Paul Bodell is the president and chief executive officer of ECKey, Lancaster, Pa., www.eckey.com.
Paul Bodell is the president and chief executive officer of ECKey. To request more info, visit www.securityinfowatch.com/10215929.
Smartphone access control is well past the concept stage and every day more keypad, proximity reader and biometric based systems are being replaced by solutions that use your smartphone as your credential. Why are people making the change? The answer is simple; because smartphone access control is convenient, less expensive and more secure than those older technologies and your phone has essentially become your constant companion.
Keypad systems can be pretty inexpensive; however they lack any sort of real security as PIN numbers are easily shared. Keypads also do not offer activity or audit trail information. Finally, you have to reach out and touch the keypad which is not only inconvenient, it is also unsanitary.
Proximity reader based systems offer higher security, especially if used in conjunction with a keypad, but they are still inconvenient and expensive. Managing cards or fobs for tenants, visitors and temporary workers can be an administrative nightmare and the cost of the cards adds up quickly. What’s worse, not all cards work with all readers so if you need access to multiple facilities, you will likely have to carry multiple cards, not very convenient.
Biometric readers offer a higher level of security as it is almost impossible to share but the devices can be very expensive, they are often standalone solutions where you have to enroll people in each device which can be very inconvenient and most require that ‘touch’ factor.
Alternatively, smartphone-based access control systems are convenient, less expensive and more secure. They are convenient because you are already carrying your phone with you and you are far less likely to leave your phone behind than you are a proximity card. In fact, some have called smartphone access control the new biometric since they are permanently attached to the users’ hand, especially the under 40 crowd. Smartphone systems are also less expensive since you no longer have to deal with replacing cards and they are secure and can be protected with a PIN number so if the phone is lost, it can’t be used. Since everyone has a sense of ownership of their phone, unlike their proximity card, they are far less likely to loan someone their phone to get into a building.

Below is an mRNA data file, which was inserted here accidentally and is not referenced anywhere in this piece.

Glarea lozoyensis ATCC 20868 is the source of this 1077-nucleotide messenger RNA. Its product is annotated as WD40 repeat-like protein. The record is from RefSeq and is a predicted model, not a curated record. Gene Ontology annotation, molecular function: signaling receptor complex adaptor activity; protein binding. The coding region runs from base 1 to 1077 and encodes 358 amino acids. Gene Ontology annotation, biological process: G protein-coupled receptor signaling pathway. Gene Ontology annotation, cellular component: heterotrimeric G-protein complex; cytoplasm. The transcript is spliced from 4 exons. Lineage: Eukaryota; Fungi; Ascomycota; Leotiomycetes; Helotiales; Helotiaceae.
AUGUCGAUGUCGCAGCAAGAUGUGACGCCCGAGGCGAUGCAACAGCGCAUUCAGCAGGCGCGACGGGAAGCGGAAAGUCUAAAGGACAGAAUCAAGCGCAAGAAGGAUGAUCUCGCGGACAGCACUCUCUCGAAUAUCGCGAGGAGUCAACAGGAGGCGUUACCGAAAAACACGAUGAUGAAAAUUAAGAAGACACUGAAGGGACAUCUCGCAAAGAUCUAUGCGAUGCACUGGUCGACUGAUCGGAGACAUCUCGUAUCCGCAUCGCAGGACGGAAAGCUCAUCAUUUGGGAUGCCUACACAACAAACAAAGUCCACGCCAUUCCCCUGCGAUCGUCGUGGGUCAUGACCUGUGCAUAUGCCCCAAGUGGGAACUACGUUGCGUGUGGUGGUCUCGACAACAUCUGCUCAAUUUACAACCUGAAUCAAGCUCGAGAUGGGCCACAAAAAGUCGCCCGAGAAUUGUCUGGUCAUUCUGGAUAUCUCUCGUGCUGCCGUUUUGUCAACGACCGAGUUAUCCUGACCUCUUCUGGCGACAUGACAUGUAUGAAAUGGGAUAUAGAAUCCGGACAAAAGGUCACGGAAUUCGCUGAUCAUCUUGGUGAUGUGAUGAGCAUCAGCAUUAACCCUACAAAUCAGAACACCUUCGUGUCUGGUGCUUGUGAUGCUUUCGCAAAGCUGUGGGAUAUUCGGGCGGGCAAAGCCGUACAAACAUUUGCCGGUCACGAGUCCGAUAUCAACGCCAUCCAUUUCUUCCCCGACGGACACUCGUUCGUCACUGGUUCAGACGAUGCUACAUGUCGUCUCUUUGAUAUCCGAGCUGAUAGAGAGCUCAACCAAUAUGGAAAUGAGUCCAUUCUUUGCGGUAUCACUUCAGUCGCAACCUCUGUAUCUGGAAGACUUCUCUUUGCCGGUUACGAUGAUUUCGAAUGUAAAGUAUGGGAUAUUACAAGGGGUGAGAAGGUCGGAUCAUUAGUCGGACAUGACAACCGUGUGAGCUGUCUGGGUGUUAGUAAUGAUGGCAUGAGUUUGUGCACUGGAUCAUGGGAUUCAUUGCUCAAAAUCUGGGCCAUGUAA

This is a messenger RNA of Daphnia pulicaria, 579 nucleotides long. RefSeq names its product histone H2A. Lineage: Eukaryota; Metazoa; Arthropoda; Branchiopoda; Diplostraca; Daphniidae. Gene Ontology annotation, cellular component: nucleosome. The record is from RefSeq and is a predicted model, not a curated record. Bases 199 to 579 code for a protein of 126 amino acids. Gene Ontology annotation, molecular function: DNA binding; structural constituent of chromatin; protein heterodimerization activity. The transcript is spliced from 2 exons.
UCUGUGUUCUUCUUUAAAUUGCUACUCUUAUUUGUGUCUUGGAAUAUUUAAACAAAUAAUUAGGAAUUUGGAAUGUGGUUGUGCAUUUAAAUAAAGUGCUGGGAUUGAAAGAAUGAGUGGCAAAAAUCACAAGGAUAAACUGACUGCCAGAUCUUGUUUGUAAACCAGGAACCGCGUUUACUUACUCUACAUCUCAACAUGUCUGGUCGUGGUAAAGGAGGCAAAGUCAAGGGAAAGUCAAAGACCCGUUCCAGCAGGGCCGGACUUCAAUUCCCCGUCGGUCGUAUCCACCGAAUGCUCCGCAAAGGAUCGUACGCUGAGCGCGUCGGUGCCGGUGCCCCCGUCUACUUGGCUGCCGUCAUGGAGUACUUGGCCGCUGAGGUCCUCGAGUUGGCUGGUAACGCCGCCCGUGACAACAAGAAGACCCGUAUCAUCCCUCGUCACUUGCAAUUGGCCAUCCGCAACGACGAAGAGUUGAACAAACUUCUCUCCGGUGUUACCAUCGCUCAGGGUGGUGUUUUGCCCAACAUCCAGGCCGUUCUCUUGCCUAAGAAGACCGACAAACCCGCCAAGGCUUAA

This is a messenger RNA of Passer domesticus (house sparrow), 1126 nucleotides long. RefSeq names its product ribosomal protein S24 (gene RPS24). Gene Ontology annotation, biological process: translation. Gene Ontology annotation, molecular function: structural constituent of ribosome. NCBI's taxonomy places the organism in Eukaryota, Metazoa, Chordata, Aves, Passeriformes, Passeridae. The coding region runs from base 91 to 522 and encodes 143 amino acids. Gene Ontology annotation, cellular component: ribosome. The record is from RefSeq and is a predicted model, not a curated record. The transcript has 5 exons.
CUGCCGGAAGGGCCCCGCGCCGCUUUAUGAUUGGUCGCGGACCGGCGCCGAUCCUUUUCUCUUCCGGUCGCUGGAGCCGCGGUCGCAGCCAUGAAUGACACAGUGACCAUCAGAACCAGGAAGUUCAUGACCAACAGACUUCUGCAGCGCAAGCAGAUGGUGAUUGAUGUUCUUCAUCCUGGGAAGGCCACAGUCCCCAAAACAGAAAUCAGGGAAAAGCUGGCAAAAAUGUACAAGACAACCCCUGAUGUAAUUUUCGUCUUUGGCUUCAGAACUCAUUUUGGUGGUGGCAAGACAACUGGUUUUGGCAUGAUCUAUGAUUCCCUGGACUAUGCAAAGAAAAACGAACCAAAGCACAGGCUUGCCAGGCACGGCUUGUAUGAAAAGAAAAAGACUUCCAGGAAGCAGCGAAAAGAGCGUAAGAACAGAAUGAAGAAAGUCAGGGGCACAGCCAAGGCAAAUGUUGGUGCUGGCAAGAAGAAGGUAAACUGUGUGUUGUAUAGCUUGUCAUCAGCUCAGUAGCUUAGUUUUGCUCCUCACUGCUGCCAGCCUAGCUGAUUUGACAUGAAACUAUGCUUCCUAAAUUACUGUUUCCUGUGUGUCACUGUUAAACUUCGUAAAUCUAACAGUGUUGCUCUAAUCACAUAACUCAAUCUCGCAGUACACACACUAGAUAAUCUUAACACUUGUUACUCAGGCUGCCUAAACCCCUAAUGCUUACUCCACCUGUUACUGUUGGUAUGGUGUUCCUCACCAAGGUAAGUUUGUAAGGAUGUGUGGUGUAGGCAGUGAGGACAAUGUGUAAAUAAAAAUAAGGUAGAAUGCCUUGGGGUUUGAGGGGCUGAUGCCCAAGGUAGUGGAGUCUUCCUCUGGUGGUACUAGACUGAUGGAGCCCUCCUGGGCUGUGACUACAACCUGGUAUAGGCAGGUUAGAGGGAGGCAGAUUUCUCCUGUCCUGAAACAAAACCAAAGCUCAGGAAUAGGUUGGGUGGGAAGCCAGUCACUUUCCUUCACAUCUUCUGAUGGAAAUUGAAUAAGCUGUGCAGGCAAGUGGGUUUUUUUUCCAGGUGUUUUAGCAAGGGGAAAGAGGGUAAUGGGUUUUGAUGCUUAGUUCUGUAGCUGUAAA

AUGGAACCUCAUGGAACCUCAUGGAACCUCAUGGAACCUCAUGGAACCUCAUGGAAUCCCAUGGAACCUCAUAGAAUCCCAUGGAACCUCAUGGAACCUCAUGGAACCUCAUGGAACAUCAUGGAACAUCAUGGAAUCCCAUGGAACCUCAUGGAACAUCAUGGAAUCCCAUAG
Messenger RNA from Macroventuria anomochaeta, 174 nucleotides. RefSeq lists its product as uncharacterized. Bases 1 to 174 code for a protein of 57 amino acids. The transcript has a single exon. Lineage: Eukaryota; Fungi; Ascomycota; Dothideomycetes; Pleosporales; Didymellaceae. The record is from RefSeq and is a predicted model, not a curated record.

If you prefer something that is more convenient, less expensive and more secure, smartphone access control is the right choice for you and the only decision you have to make is what type of smartphone access control to use. There are two technologies that can be used for smartphone access control, Bluetooth and NFC (Near Field Communication).
Bluetooth readers have a major convenience advantage and that is read range. They can work up to 30-feet away and the professional quality readers have the ability to adjust read range for each application. With a Bluetooth reader you can open a gate or garage without rolling down your window or open a door without taking your phone out of your pocket or purse. NFC readers only work from a few inches away forcing you to take your phone out of your pocket every time so they are really no more convenient than a proximity card.
Bluetooth readers also represent a lower overall cost of ownership than NFC readers as virtually every mobile phone already has Bluetooth and NFC is a new technology that is just being rolled out. It is expected that by 2016 not even 50 percent of the phones in use will have NFC on them so if you are select an NFC- based system, you will likely have to purchase phone or NFC sleeves for your clients who don’t have the latest greatest phone.
Both Bluetooth and NFC readers are equally secure from hacking. There is an academic argument that Bluetooth readers are more open to a man-in-the-middle attack because of the read range which technically is true but it is unlikely that someone is going to spend tens of thousands of dollars in equipment and engineers to foil a $300 access control reader. Longer read range also offers a significant security advantage. With NFC readers you are forced to mount the readers on the unsecure side of the door where they are exposed to vandals, thieves and the elements. With Bluetooth readers, you can mount the readers on the secure side of the door, even put them out of sight behind a wall or in a ceiling where they are safe.
So if you haven’t started thinking about smartphone access control, it’s time to start.
Paul Bodell is the president and chief executive officer of ECKey, Lancaster, Pa. To request more information about the company, visit www.securityinfowatch.com/10215929.